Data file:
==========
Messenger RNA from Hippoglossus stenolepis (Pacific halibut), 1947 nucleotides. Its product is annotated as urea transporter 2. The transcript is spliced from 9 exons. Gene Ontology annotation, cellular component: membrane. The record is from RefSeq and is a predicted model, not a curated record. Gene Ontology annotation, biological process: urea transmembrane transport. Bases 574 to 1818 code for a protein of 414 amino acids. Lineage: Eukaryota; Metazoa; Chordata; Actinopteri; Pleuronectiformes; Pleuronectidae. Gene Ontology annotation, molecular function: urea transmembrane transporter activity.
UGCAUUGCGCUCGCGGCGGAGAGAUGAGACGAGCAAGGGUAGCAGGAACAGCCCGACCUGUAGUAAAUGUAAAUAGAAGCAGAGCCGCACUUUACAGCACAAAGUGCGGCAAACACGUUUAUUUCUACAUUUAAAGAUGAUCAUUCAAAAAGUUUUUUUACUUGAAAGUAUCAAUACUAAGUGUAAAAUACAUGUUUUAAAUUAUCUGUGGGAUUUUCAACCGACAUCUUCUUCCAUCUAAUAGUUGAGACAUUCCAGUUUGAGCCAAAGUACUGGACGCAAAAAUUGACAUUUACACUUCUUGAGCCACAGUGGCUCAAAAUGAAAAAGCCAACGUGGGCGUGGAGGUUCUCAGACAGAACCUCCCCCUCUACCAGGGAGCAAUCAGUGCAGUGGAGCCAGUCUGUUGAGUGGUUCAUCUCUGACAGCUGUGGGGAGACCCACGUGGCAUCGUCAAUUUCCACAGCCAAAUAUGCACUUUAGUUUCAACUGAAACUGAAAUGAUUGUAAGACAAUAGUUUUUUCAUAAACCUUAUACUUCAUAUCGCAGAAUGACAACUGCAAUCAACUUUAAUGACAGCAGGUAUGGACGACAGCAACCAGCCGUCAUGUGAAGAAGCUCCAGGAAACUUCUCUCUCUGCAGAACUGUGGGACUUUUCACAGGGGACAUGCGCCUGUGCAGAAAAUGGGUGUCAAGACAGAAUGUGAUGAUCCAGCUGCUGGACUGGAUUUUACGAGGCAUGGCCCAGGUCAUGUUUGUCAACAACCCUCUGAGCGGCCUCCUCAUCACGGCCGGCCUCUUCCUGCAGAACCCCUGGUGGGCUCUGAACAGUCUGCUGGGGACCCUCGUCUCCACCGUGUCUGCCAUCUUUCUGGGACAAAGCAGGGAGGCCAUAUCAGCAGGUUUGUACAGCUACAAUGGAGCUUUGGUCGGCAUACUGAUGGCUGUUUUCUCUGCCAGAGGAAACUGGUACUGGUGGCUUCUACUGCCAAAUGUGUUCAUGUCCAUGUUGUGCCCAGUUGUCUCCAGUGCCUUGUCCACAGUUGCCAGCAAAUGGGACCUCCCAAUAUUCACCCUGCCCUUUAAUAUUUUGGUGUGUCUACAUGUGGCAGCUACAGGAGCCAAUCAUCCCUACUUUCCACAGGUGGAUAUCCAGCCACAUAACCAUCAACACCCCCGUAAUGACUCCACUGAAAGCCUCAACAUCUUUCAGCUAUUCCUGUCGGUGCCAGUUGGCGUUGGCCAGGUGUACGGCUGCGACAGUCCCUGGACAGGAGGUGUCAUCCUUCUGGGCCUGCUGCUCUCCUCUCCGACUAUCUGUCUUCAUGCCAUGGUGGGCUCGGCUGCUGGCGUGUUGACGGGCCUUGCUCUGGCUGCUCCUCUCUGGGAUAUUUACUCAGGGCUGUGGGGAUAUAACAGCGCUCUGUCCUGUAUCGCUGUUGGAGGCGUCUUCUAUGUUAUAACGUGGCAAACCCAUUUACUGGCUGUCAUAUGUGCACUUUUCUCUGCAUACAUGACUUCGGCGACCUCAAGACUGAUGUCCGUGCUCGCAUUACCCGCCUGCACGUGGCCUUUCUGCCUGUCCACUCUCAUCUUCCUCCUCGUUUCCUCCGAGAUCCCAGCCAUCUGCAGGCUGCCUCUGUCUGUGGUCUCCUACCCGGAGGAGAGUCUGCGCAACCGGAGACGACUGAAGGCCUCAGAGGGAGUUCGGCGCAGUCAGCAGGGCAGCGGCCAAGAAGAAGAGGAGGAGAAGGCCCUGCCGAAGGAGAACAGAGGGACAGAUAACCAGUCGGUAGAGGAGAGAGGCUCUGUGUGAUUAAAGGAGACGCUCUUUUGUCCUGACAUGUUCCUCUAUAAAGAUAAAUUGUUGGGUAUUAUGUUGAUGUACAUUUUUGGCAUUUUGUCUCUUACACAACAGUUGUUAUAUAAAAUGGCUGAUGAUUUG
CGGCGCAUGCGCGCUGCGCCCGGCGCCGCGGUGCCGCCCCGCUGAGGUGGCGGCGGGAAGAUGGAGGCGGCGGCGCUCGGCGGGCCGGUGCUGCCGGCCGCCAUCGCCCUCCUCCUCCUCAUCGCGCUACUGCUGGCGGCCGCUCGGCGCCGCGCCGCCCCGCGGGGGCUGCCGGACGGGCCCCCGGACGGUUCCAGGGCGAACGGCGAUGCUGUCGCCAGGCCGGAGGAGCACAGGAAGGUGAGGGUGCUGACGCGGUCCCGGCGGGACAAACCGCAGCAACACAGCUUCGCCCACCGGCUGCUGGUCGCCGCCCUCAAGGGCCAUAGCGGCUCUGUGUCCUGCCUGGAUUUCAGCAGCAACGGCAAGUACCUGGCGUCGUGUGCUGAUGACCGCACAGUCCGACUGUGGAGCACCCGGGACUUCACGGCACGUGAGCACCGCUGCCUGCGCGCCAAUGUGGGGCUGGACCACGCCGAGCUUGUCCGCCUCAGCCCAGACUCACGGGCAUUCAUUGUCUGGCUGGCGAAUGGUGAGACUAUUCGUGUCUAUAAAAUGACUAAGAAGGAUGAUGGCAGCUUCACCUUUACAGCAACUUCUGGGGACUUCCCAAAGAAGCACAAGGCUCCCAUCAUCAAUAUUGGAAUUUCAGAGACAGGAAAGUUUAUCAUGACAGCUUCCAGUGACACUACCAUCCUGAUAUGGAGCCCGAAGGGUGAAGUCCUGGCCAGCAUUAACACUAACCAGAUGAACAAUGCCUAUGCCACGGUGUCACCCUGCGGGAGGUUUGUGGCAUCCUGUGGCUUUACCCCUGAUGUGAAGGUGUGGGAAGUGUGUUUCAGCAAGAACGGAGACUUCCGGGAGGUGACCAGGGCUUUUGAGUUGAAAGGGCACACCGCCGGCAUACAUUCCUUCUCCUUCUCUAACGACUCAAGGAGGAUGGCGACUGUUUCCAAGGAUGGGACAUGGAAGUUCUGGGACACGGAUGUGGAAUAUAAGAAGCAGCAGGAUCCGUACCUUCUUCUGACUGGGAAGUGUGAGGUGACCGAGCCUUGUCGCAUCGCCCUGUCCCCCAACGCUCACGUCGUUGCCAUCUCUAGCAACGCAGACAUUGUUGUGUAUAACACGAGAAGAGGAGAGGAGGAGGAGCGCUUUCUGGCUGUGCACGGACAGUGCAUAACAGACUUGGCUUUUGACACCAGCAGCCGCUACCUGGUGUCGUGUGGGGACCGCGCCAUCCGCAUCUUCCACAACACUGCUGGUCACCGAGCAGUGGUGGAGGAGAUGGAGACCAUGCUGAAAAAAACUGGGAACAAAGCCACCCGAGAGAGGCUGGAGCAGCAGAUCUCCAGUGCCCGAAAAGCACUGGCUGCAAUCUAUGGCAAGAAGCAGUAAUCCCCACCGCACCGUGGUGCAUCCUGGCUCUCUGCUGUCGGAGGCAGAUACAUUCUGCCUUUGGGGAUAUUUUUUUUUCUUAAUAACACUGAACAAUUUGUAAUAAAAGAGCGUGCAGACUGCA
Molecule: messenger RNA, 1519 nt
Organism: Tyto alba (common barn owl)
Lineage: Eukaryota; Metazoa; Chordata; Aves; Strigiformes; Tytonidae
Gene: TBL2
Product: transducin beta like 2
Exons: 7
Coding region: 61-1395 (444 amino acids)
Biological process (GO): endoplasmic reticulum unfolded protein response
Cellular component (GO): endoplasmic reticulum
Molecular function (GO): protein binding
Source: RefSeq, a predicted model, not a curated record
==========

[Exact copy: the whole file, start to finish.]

Messenger RNA from Hippoglossus stenolepis (Pacific halibut), 1947 nucleotides. Its product is annotated as urea transporter 2. The transcript is spliced from 9 exons. Gene Ontology annotation, cellular component: membrane. The record is from RefSeq and is a predicted model, not a curated record. Gene Ontology annotation, biological process: urea transmembrane transport. Bases 574 to 1818 code for a protein of 414 amino acids. Lineage: Eukaryota; Metazoa; Chordata; Actinopteri; Pleuronectiformes; Pleuronectidae. Gene Ontology annotation, molecular function: urea transmembrane transporter activity.
UGCAUUGCGCUCGCGGCGGAGAGAUGAGACGAGCAAGGGUAGCAGGAACAGCCCGACCUGUAGUAAAUGUAAAUAGAAGCAGAGCCGCACUUUACAGCACAAAGUGCGGCAAACACGUUUAUUUCUACAUUUAAAGAUGAUCAUUCAAAAAGUUUUUUUACUUGAAAGUAUCAAUACUAAGUGUAAAAUACAUGUUUUAAAUUAUCUGUGGGAUUUUCAACCGACAUCUUCUUCCAUCUAAUAGUUGAGACAUUCCAGUUUGAGCCAAAGUACUGGACGCAAAAAUUGACAUUUACACUUCUUGAGCCACAGUGGCUCAAAAUGAAAAAGCCAACGUGGGCGUGGAGGUUCUCAGACAGAACCUCCCCCUCUACCAGGGAGCAAUCAGUGCAGUGGAGCCAGUCUGUUGAGUGGUUCAUCUCUGACAGCUGUGGGGAGACCCACGUGGCAUCGUCAAUUUCCACAGCCAAAUAUGCACUUUAGUUUCAACUGAAACUGAAAUGAUUGUAAGACAAUAGUUUUUUCAUAAACCUUAUACUUCAUAUCGCAGAAUGACAACUGCAAUCAACUUUAAUGACAGCAGGUAUGGACGACAGCAACCAGCCGUCAUGUGAAGAAGCUCCAGGAAACUUCUCUCUCUGCAGAACUGUGGGACUUUUCACAGGGGACAUGCGCCUGUGCAGAAAAUGGGUGUCAAGACAGAAUGUGAUGAUCCAGCUGCUGGACUGGAUUUUACGAGGCAUGGCCCAGGUCAUGUUUGUCAACAACCCUCUGAGCGGCCUCCUCAUCACGGCCGGCCUCUUCCUGCAGAACCCCUGGUGGGCUCUGAACAGUCUGCUGGGGACCCUCGUCUCCACCGUGUCUGCCAUCUUUCUGGGACAAAGCAGGGAGGCCAUAUCAGCAGGUUUGUACAGCUACAAUGGAGCUUUGGUCGGCAUACUGAUGGCUGUUUUCUCUGCCAGAGGAAACUGGUACUGGUGGCUUCUACUGCCAAAUGUGUUCAUGUCCAUGUUGUGCCCAGUUGUCUCCAGUGCCUUGUCCACAGUUGCCAGCAAAUGGGACCUCCCAAUAUUCACCCUGCCCUUUAAUAUUUUGGUGUGUCUACAUGUGGCAGCUACAGGAGCCAAUCAUCCCUACUUUCCACAGGUGGAUAUCCAGCCACAUAACCAUCAACACCCCCGUAAUGACUCCACUGAAAGCCUCAACAUCUUUCAGCUAUUCCUGUCGGUGCCAGUUGGCGUUGGCCAGGUGUACGGCUGCGACAGUCCCUGGACAGGAGGUGUCAUCCUUCUGGGCCUGCUGCUCUCCUCUCCGACUAUCUGUCUUCAUGCCAUGGUGGGCUCGGCUGCUGGCGUGUUGACGGGCCUUGCUCUGGCUGCUCCUCUCUGGGAUAUUUACUCAGGGCUGUGGGGAUAUAACAGCGCUCUGUCCUGUAUCGCUGUUGGAGGCGUCUUCUAUGUUAUAACGUGGCAAACCCAUUUACUGGCUGUCAUAUGUGCACUUUUCUCUGCAUACAUGACUUCGGCGACCUCAAGACUGAUGUCCGUGCUCGCAUUACCCGCCUGCACGUGGCCUUUCUGCCUGUCCACUCUCAUCUUCCUCCUCGUUUCCUCCGAGAUCCCAGCCAUCUGCAGGCUGCCUCUGUCUGUGGUCUCCUACCCGGAGGAGAGUCUGCGCAACCGGAGACGACUGAAGGCCUCAGAGGGAGUUCGGCGCAGUCAGCAGGGCAGCGGCCAAGAAGAAGAGGAGGAGAAGGCCCUGCCGAAGGAGAACAGAGGGACAGAUAACCAGUCGGUAGAGGAGAGAGGCUCUGUGUGAUUAAAGGAGACGCUCUUUUGUCCUGACAUGUUCCUCUAUAAAGAUAAAUUGUUGGGUAUUAUGUUGAUGUACAUUUUUGGCAUUUUGUCUCUUACACAACAGUUGUUAUAUAAAAUGGCUGAUGAUUUG
CGGCGCAUGCGCGCUGCGCCCGGCGCCGCGGUGCCGCCCCGCUGAGGUGGCGGCGGGAAGAUGGAGGCGGCGGCGCUCGGCGGGCCGGUGCUGCCGGCCGCCAUCGCCCUCCUCCUCCUCAUCGCGCUACUGCUGGCGGCCGCUCGGCGCCGCGCCGCCCCGCGGGGGCUGCCGGACGGGCCCCCGGACGGUUCCAGGGCGAACGGCGAUGCUGUCGCCAGGCCGGAGGAGCACAGGAAGGUGAGGGUGCUGACGCGGUCCCGGCGGGACAAACCGCAGCAACACAGCUUCGCCCACCGGCUGCUGGUCGCCGCCCUCAAGGGCCAUAGCGGCUCUGUGUCCUGCCUGGAUUUCAGCAGCAACGGCAAGUACCUGGCGUCGUGUGCUGAUGACCGCACAGUCCGACUGUGGAGCACCCGGGACUUCACGGCACGUGAGCACCGCUGCCUGCGCGCCAAUGUGGGGCUGGACCACGCCGAGCUUGUCCGCCUCAGCCCAGACUCACGGGCAUUCAUUGUCUGGCUGGCGAAUGGUGAGACUAUUCGUGUCUAUAAAAUGACUAAGAAGGAUGAUGGCAGCUUCACCUUUACAGCAACUUCUGGGGACUUCCCAAAGAAGCACAAGGCUCCCAUCAUCAAUAUUGGAAUUUCAGAGACAGGAAAGUUUAUCAUGACAGCUUCCAGUGACACUACCAUCCUGAUAUGGAGCCCGAAGGGUGAAGUCCUGGCCAGCAUUAACACUAACCAGAUGAACAAUGCCUAUGCCACGGUGUCACCCUGCGGGAGGUUUGUGGCAUCCUGUGGCUUUACCCCUGAUGUGAAGGUGUGGGAAGUGUGUUUCAGCAAGAACGGAGACUUCCGGGAGGUGACCAGGGCUUUUGAGUUGAAAGGGCACACCGCCGGCAUACAUUCCUUCUCCUUCUCUAACGACUCAAGGAGGAUGGCGACUGUUUCCAAGGAUGGGACAUGGAAGUUCUGGGACACGGAUGUGGAAUAUAAGAAGCAGCAGGAUCCGUACCUUCUUCUGACUGGGAAGUGUGAGGUGACCGAGCCUUGUCGCAUCGCCCUGUCCCCCAACGCUCACGUCGUUGCCAUCUCUAGCAACGCAGACAUUGUUGUGUAUAACACGAGAAGAGGAGAGGAGGAGGAGCGCUUUCUGGCUGUGCACGGACAGUGCAUAACAGACUUGGCUUUUGACACCAGCAGCCGCUACCUGGUGUCGUGUGGGGACCGCGCCAUCCGCAUCUUCCACAACACUGCUGGUCACCGAGCAGUGGUGGAGGAGAUGGAGACCAUGCUGAAAAAAACUGGGAACAAAGCCACCCGAGAGAGGCUGGAGCAGCAGAUCUCCAGUGCCCGAAAAGCACUGGCUGCAAUCUAUGGCAAGAAGCAGUAAUCCCCACCGCACCGUGGUGCAUCCUGGCUCUCUGCUGUCGGAGGCAGAUACAUUCUGCCUUUGGGGAUAUUUUUUUUUCUUAAUAACACUGAACAAUUUGUAAUAAAAGAGCGUGCAGACUGCA
Molecule: messenger RNA, 1519 nt
Organism: Tyto alba (common barn owl)
Lineage: Eukaryota; Metazoa; Chordata; Aves; Strigiformes; Tytonidae
Gene: TBL2
Product: transducin beta like 2
Exons: 7
Coding region: 61-1395 (444 amino acids)
Biological process (GO): endoplasmic reticulum unfolded protein response
Cellular component (GO): endoplasmic reticulum
Molecular function (GO): protein binding
Source: RefSeq, a predicted model, not a curated record